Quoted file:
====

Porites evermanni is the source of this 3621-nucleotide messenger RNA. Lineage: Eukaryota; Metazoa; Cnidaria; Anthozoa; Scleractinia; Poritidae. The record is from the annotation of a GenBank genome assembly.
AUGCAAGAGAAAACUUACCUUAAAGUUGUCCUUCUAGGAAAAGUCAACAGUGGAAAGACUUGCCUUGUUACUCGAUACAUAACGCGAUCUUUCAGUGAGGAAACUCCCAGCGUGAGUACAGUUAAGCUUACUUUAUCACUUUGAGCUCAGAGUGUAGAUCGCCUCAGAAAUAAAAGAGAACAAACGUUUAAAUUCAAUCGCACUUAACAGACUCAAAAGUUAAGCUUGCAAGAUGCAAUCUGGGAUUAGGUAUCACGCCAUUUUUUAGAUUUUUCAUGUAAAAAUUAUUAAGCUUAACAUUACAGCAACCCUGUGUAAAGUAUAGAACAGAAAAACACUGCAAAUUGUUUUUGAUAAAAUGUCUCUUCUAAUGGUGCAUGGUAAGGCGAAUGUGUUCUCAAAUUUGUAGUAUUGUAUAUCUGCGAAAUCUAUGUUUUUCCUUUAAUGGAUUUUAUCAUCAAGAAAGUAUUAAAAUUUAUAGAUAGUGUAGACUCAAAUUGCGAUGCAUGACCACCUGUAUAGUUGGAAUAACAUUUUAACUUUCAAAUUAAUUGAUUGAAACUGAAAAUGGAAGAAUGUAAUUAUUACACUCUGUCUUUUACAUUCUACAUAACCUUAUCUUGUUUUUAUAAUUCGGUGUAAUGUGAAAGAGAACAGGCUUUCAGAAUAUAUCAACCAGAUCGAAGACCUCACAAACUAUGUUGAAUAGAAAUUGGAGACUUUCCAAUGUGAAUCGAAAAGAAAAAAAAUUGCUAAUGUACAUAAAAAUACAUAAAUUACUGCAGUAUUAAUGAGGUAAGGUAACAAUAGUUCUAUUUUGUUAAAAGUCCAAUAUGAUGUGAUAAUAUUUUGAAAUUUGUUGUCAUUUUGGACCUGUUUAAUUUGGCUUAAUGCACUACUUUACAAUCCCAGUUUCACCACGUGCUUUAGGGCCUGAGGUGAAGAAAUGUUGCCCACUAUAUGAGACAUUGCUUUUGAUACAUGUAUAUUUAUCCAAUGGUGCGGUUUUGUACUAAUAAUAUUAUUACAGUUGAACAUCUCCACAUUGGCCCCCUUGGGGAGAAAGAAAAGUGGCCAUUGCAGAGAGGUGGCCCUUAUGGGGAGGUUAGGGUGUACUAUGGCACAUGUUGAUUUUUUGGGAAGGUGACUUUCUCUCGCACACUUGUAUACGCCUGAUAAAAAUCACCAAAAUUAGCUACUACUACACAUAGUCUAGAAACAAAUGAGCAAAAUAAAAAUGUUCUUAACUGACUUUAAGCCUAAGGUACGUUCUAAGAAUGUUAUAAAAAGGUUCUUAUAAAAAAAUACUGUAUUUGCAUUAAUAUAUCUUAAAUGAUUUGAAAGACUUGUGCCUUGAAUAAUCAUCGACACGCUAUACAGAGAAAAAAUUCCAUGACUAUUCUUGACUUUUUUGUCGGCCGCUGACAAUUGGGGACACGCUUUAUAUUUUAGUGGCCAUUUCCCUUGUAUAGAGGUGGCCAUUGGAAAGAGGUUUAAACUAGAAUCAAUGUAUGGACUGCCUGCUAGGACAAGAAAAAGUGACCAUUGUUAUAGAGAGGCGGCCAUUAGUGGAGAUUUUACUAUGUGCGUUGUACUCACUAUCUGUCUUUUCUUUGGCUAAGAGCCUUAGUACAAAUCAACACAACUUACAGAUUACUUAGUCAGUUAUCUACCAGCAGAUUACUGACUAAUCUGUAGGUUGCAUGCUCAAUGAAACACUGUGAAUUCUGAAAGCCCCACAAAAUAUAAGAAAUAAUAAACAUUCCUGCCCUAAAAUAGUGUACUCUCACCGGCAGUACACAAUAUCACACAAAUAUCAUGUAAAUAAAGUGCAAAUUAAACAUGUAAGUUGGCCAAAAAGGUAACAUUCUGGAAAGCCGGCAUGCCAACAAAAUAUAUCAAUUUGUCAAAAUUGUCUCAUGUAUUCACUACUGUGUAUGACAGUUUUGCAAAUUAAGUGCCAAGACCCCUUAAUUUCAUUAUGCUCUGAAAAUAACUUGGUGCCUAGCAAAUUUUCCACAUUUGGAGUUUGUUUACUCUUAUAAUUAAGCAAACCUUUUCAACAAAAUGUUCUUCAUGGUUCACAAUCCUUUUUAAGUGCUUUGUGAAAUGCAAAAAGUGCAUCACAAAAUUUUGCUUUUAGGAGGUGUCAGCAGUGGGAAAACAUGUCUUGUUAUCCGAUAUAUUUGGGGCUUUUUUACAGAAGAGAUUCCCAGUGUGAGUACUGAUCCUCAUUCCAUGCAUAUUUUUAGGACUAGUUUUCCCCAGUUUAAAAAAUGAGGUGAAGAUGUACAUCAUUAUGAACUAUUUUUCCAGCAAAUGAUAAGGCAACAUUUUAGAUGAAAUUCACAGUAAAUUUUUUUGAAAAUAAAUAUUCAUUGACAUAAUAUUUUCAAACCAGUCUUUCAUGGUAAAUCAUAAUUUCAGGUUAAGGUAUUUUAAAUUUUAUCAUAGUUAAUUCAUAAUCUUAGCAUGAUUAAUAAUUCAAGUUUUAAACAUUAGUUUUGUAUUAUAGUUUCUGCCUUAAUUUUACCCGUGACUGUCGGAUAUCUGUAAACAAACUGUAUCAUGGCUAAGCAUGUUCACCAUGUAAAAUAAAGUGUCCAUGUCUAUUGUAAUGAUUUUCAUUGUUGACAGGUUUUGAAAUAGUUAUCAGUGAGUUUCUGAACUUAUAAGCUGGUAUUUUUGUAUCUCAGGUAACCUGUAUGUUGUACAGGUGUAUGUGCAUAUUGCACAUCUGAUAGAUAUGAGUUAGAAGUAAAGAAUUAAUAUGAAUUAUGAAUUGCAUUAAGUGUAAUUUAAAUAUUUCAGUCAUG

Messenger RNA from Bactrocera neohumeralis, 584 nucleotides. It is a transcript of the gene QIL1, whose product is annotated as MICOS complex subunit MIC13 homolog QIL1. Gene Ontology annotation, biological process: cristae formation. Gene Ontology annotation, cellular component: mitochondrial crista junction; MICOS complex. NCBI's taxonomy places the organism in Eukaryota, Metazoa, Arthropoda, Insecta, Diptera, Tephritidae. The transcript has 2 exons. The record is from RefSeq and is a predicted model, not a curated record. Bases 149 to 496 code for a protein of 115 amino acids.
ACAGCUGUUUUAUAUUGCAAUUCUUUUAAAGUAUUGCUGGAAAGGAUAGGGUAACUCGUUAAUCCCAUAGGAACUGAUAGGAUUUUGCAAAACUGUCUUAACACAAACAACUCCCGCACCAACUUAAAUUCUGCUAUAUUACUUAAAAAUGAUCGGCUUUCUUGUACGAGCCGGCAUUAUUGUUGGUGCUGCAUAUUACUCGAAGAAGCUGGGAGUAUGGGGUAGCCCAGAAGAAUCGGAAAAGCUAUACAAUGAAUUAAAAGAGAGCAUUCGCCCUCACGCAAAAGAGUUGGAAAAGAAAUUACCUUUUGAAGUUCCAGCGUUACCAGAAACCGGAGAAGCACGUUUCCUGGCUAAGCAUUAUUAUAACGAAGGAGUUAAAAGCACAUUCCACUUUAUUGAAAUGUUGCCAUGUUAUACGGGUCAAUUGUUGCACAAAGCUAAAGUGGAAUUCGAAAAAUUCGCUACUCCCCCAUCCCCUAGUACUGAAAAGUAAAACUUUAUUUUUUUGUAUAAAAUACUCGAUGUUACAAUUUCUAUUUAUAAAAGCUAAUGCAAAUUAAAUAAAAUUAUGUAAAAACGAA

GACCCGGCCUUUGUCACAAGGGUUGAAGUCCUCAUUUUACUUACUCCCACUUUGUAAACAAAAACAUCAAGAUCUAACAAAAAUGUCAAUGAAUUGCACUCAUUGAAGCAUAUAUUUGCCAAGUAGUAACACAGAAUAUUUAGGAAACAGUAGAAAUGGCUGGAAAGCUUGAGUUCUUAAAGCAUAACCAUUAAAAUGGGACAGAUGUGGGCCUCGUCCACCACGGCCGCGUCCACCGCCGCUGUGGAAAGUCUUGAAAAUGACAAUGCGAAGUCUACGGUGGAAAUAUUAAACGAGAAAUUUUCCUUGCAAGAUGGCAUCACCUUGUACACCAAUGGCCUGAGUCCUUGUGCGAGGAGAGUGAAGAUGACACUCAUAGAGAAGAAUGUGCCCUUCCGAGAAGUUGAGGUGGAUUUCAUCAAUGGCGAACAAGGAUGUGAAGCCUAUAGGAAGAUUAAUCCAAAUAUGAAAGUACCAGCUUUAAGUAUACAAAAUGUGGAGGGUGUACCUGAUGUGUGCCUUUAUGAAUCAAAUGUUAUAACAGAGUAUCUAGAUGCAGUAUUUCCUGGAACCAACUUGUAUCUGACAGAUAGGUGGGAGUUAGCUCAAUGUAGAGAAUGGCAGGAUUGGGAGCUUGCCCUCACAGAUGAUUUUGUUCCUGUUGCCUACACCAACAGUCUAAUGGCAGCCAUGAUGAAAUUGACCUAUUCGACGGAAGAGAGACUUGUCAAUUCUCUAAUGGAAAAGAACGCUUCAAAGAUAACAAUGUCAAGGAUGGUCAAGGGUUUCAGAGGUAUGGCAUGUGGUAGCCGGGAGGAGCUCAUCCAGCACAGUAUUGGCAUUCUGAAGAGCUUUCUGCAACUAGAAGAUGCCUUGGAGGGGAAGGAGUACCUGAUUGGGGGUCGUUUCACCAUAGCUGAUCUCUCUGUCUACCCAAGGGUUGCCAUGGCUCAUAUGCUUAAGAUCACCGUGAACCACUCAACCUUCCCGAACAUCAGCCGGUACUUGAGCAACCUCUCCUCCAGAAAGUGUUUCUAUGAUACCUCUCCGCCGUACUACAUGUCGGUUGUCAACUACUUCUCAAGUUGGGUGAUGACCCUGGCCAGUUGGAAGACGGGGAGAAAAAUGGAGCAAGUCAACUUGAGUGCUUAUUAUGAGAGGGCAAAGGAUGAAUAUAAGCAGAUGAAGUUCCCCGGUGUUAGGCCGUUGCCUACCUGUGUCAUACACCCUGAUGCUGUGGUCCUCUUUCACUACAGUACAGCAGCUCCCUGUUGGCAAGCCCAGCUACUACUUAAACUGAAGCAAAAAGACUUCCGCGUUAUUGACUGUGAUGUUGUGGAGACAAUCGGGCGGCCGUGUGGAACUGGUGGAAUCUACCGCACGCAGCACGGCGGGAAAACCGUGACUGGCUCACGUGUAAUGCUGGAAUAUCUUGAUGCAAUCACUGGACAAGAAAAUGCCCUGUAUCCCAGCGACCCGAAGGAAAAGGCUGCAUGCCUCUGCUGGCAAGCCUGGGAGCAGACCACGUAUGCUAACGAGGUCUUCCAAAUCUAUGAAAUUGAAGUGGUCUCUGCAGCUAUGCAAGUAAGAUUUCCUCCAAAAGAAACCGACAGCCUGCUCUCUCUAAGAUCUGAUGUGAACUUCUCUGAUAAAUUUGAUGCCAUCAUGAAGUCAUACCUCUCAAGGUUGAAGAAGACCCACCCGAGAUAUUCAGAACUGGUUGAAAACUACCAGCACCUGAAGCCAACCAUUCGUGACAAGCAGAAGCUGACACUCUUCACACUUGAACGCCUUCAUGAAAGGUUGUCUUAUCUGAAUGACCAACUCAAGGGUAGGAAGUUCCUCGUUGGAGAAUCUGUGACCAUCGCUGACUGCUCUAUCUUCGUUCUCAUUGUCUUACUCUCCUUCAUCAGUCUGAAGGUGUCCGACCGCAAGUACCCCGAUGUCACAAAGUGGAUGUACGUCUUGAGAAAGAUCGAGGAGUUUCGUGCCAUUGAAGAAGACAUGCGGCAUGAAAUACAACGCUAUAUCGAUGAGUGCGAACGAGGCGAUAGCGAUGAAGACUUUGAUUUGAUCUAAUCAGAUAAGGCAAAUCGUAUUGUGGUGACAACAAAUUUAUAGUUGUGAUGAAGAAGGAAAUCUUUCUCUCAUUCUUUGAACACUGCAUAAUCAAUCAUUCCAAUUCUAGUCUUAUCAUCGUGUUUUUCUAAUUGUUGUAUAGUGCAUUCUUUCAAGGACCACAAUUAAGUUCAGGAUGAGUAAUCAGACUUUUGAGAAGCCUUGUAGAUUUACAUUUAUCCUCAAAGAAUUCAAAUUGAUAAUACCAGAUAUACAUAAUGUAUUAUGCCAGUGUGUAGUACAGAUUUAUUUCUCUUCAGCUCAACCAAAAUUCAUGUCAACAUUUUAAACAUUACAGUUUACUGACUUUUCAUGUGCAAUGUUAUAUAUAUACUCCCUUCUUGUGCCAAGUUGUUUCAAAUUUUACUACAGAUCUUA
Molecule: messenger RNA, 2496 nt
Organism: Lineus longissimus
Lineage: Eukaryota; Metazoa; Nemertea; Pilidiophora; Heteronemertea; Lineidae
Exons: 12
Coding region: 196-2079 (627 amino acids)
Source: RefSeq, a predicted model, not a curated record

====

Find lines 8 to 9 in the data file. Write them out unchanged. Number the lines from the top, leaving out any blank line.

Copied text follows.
Lineage: Eukaryota; Metazoa; Nemertea; Pilidiophora; Heteronemertea; Lineidae
Exons: 12